These two quotes contain the fundamental principles of representative democracy adopted by means of a social contract, the Constitution, which are freedom of choice, ”just powers,” and “consent of the governed.” By virtue of these fundamental principles of democracy, HOAs cannot be considered as democratic governments. Period!

In his article explaining the meaning of the Constitution,[1] Edwin Meese III explains that “consent is the means whereby arbitrary power is thwarted. The natural standard for judging if a government is legitimate [and hence just] is whether that government rests on the consent of the governed.” 

In order for HOA governments to be just, legitimate and compatible with the Constitution these fundamental principles must be honored and supported. HOA “constitutions,” those CC&Rs, are not compatible with the US Constitution.

Meese further addresses the differences between “consent of the governed” and “will of the majority” that is a pro-HOA mantra. “The ‘consent of the governed’ describes a situation where the people are self-governing in their communities . . . into which the government may intrude only with the people’s consent.”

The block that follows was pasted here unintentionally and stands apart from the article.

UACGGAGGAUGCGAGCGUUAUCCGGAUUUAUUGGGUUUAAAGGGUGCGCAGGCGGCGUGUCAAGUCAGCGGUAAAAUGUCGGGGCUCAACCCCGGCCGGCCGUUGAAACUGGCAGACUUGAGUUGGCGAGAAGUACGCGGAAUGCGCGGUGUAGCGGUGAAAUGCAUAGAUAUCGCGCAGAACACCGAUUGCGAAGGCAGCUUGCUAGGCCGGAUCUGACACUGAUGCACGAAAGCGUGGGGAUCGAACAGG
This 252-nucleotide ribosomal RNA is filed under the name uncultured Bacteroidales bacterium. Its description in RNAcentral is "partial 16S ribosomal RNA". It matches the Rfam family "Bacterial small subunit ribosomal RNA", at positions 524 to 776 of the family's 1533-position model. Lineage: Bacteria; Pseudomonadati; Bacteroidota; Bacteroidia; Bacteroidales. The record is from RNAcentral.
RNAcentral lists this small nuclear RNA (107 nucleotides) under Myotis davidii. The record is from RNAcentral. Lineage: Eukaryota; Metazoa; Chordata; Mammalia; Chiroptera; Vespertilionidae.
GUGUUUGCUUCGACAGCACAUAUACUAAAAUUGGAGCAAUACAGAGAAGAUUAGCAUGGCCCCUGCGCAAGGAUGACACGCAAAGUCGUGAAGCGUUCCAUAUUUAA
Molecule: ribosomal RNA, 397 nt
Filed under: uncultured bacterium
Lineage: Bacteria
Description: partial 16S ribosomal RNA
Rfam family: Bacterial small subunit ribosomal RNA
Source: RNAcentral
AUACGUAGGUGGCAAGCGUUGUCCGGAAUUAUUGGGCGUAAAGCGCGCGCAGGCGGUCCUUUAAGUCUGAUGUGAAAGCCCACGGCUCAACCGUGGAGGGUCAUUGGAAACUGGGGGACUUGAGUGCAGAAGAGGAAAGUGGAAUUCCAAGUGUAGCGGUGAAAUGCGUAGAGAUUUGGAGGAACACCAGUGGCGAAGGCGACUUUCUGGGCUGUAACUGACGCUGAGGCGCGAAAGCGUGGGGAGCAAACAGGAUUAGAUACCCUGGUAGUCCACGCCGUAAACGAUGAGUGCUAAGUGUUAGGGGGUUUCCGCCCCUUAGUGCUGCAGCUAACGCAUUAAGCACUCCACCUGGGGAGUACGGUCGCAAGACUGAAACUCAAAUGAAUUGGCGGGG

He explains that the “Will of the majority” is a political mechanism for decisions to be made by the government. In other words, the BOD makes decisions on behalf of the members based on its view of the majority will or some survey of the members. In short, in a representative democracy, like that attempted by the HOA legal structure, not all of the members are in agreement with or consent to the decisions of the BOD. It raises the issue of ‘the tyranny of the majority’ when the minority is not given due respect nor the ability to freely and equally speak out on HOA governmental issues.